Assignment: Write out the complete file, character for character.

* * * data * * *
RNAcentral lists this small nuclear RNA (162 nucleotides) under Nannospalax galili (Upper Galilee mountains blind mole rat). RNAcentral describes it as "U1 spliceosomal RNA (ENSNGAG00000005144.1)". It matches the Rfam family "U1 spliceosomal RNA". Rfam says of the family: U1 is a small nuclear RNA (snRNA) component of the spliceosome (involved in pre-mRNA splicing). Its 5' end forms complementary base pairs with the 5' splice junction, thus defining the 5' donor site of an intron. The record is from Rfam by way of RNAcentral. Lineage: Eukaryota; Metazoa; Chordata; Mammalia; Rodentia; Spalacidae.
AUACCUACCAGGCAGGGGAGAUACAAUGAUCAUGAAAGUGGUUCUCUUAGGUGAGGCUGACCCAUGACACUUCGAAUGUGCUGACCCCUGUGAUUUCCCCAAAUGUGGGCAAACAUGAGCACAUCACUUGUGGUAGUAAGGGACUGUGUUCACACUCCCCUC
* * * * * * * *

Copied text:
RNAcentral lists this small nuclear RNA (162 nucleotides) under Nannospalax galili (Upper Galilee mountains blind mole rat). RNAcentral describes it as "U1 spliceosomal RNA (ENSNGAG00000005144.1)". It matches the Rfam family "U1 spliceosomal RNA". Rfam says of the family: U1 is a small nuclear RNA (snRNA) component of the spliceosome (involved in pre-mRNA splicing). Its 5' end forms complementary base pairs with the 5' splice junction, thus defining the 5' donor site of an intron. The record is from Rfam by way of RNAcentral. Lineage: Eukaryota; Metazoa; Chordata; Mammalia; Rodentia; Spalacidae.
AUACCUACCAGGCAGGGGAGAUACAAUGAUCAUGAAAGUGGUUCUCUUAGGUGAGGCUGACCCAUGACACUUCGAAUGUGCUGACCCCUGUGAUUUCCCCAAAUGUGGGCAAACAUGAGCACAUCACUUGUGGUAGUAAGGGACUGUGUUCACACUCCCCUC